MICHEL Barnier has warned leaving the European customs union will leave the UK facing “unavoidable” barriers to trade.

After talks in Downing Street, the European Union’s chief Brexit negotiator said the UK must provide more clarity on what it wants in the next stage of the process and it was time for it to “make a choice”.

Theresa May has ruled out remaining in a customs union with the EU after Brexit, and David Davis insisted Britain’s position is “perfectly clear”.

READ MORE: What is a customs union and why is it important?

Barnier delivered his warning after a three-course lunch at Number 10 of smoked salmon, pork belly and vanilla custard tart.

“The conditions are very clear, everyone has to play by the same rules during this transition,” he said.

“The certainty about this transition will only come with the ratification of the withdrawal agreement.”

He added: “Our future partnership between the UK and EU, on that point we need also clarity about the UK proposals for future partnership.”

He continued: “The only thing I can say, without a customs union and outside the single market barriers to trade on goods and services are unavoidable. The time has come to make a choice.”

But Davis reiterated the UK’s longstanding position to seek a comprehensive free trade agreement with the EU, while still having the opportunity to make deals across the rest of the world.

“It’s perfectly clear what we want to do. There’s no doubt about it, we are leaving the customs union but we are aiming for a good future for Britain,” Davis said.

Confirmation of the UK Government’s approach on the customs union may placate Tory MPs and ministers who are keen for a Brexit arrangement which allows the UK to strike trade deals around the world – something which a customs union could have prevented.

But business leaders have urged the UK Government to remain in a customs union, and Tory remainer Anna Soubry urged Number 10 to “do the maths” and listen to company bosses.

She claimed the “hard Brexit” European Research Group (ERG) of Tory MPs, led by Jacob Rees-Mogg, had a “deeply unattractive” plan which involved leaving the customs union “to chase unicorn trade deals” at the expense of existing relations with the EU.

The Brexit Secretary said the talks, which the Prime Minister dropped in on, had been “very constructive” and the next round would focus on the implementation period.

An “intense” period of negotiations will begin straightaway and the UK Government is “confident” of securing an agreement at the next meeting of EU leaders in March, he said.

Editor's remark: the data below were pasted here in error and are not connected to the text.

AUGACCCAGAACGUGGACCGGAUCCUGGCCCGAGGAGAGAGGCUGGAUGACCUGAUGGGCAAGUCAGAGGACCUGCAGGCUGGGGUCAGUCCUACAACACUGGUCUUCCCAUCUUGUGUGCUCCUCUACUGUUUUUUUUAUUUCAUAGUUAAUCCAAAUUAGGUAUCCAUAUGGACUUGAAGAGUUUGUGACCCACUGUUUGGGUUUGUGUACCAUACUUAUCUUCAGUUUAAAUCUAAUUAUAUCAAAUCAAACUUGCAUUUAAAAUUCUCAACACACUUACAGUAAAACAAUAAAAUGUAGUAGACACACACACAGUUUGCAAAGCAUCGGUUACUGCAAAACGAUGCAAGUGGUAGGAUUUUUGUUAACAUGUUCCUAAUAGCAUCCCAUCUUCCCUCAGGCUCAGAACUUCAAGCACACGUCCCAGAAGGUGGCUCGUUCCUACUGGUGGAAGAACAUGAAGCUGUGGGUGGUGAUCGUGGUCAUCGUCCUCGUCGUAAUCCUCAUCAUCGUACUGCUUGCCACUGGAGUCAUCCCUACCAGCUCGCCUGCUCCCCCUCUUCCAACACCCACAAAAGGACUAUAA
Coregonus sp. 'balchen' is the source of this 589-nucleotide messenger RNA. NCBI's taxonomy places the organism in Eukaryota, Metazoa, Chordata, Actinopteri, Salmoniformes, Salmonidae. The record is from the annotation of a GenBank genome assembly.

May’s Brexit “war cabinet” is due to meet tomorrow and Thursday to continue discussions on the “end state” relationship which the UK will seek with its former EU partners.

The PM’s official spokesman said: “We have said that we want the customs arrangement to be as frictionless as possible and that’s what we will be looking to achieve as part of the deep and special partnership that we are seeking with the EU.

“We want it to be as frictionless as possible and we think we can achieve that because it’s in the interests of the UK and the European Union. As with all these matters, it’s the beginning of a negotiation.”

The spokesman said that May spoke to Barnier for 20 minutes before his lunch with Davis.

“They discussed the fact that they were pleased that they reached agreement in December,” he said.

“The Prime Minister thanked Michel Barnier for the role he played in that and they agreed it was in the interests of both our sides to move quickly on the implementation period and to agree a positive future relationship.”

Ahead of the meeting Barnier had warned the UK Government there was “not a minute to lose” in efforts to achieve a Brexit deal.

Downing Street also sought to draw a line under the customs union issues after days of conflicting messages from ministers about the approach to future arrangements.

May’s official spokesman said the Government had set out its position in a paper published in August, which stated that the UK was leaving the EU customs union but was exploring the possible alternatives of a “highly streamlined customs partnership” or a “new customs arrangement” with the EU.

The spokesman said the August paper acknowledged the option of a customs partnership would be “challenging” to implement.

Yesterday’s meeting took place amid ongoing tensions over the status of EU nationals who come to the UK during the transition period of around two years after the date of Brexit in March 2019. May wants to resist EU proposals for these people to be entitled to settle permanently in the UK.

The chairman of the Commons Exiting the EU Committee, Hilary Benn, said more detail was still needed from ministers if the terms of a future deal with Brussels are to be agreed by October.

“I wish it was clarity but I don’t think it is. I think the Government is in a state of open disagreement, the Prime Minister has been immobilised,” the Labour MP told BBC Radio 4’s Today. He said it was a “profound mistake” to leave a customs union, which would create the need for checks at the Irish border.